We introduce a new information-theoretic measure, fragmentation (F) which can be used to determine how fragmented predictive information is in a system. The concept can be extended to generate fragmentation matrices that can illustrate information flows through digital brains, in the form of directed graphs. Fragmentation and fragmentation matrices can provide new insights into digital brains structure and function, in other words, how causal digital networks "think" and process information. In addition to describing F we demonstrate how it can be used to examine how complex processing arises in neural networks, including differences in lifetime processing and incidents of incidental encryption.
The proper classification of major eye movements, saccades, fixations, and smooth pursuits, remains essential to utilizing eye-tracking data. There is difficulty in separating out smooth pursuits from the other behavior types, particularly from fixations. To this end, we propose a new offline algorithm, I-VDT-HMM, for tertiary classification of eye movements. The algorithm combines the simplicity of two foundational algorithms, I-VT and I-DT, as has been implemented in I-VDT, with the statistical predictive power of the Viterbi algorithm. We evaluate the fitness across a dataset of eight eye movement records at eight sampling rates gathered from previous research, with a comparison to the current state-of-the-art using the proposed quantitative and qualitative behavioral scores. The proposed algorithm achieves promising results in clean high sampling frequency data and with slight modifications could show similar results with lower quality data. Though, the statistical aspect of the algorithm comes at a cost of classification time.
Artificial neural networks (ANNs), while exceptionally useful for classification, are vulnerable to misdirection. Small amounts of noise can significantly affect their ability to correctly complete a task. Instead of generalizing concepts, ANNs seem to focus on surface statistical regularities in a given task. Here we compare how recurrent artificial neural networks, long short-term memory units, and Markov Brains sense and remember their environments. We show that information in Markov Brains is localized and sparsely distributed, while the other neural network substrates "smear" information about the environment across all nodes, which makes them vulnerable to noise.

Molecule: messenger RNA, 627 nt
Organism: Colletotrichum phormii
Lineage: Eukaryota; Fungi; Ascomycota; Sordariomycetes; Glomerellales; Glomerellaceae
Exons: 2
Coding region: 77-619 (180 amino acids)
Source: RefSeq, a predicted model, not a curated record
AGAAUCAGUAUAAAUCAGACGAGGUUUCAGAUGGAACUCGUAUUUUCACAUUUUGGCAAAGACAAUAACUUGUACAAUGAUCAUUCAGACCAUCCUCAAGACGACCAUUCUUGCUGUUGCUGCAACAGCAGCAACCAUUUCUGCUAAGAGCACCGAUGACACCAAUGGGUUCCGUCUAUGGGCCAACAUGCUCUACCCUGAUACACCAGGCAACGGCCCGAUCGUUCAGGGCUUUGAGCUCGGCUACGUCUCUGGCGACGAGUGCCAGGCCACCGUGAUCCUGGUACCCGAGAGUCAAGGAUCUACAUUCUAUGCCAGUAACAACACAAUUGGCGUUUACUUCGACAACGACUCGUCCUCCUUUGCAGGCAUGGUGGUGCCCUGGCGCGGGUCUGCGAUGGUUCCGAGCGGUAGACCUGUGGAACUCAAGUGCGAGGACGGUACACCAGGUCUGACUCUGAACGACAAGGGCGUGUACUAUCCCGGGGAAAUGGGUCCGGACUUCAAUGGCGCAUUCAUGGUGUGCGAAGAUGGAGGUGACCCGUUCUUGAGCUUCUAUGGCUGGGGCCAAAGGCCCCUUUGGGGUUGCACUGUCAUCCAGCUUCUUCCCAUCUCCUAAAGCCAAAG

Unraveling the nature of the communication model that governs which two individuals in a swarm interact with each other is an important line of inquiry in the collective behavior sciences. A number of models have been proposed in the biological swarm literature, with the leading models being the metric, topological, and visual models. The hypothesis evaluated in this manuscript is whether the choice of a communication model impacts the performance of a tasked artificial swarm. The biological models are used to design coordination algorithms for a simulated swarm, which are evaluated over a range of six swarm robotics tasks. Each task has an associated set of performance metrics that are used to evaluate how the communication models fare against each other. The general findings demonstrate that the communication model significantly affects the swarm's performance for individual tasks, and this result implies that the communication model-task pairing is an important consideration when designing artificial swarms. Further analysis of each tasks' performance metrics reveal instances in which pairwise considerations of model and one of the various experimental factors becomes relevant. The reported research demonstrates that the artificial swarm's task performance can be increased through the careful selection of a communications model.